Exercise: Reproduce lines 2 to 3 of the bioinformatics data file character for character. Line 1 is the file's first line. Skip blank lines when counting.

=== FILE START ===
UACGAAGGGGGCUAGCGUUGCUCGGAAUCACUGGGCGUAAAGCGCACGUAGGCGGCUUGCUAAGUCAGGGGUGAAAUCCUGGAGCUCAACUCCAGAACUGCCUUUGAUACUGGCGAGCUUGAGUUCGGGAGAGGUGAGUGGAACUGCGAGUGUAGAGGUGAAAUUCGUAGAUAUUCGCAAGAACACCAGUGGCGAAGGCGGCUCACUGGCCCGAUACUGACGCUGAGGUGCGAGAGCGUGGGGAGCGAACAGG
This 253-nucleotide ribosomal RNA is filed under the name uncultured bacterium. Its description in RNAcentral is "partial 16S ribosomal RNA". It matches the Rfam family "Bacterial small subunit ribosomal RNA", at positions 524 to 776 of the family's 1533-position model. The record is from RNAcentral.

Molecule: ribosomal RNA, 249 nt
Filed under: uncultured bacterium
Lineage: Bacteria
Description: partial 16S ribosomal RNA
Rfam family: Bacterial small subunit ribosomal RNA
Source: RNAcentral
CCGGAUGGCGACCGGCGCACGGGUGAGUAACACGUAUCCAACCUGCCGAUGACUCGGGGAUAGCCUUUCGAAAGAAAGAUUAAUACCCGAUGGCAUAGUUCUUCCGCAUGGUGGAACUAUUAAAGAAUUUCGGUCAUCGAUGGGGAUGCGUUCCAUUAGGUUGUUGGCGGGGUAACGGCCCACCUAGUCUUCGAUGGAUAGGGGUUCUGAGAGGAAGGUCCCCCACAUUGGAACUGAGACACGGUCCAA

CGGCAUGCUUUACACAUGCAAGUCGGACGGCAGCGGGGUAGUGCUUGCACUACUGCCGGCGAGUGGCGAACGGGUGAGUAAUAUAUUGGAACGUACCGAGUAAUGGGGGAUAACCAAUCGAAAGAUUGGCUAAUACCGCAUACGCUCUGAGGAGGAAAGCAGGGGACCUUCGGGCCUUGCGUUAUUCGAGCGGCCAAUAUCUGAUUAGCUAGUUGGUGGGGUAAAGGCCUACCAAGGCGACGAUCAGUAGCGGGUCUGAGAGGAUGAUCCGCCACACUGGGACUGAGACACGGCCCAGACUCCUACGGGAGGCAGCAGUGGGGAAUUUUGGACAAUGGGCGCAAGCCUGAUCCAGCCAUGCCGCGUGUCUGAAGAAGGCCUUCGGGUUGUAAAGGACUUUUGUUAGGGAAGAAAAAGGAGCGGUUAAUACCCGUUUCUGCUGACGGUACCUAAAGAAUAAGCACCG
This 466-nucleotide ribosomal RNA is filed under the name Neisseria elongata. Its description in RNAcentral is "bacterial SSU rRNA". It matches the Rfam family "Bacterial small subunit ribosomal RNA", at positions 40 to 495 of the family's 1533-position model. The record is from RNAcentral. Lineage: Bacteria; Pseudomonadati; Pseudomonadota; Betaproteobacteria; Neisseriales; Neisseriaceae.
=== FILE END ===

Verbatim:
This 253-nucleotide ribosomal RNA is filed under the name uncultured bacterium. Its description in RNAcentral is "partial 16S ribosomal RNA". It matches the Rfam family "Bacterial small subunit ribosomal RNA", at positions 524 to 776 of the family's 1533-position model. The record is from RNAcentral.

Molecule: ribosomal RNA, 249 nt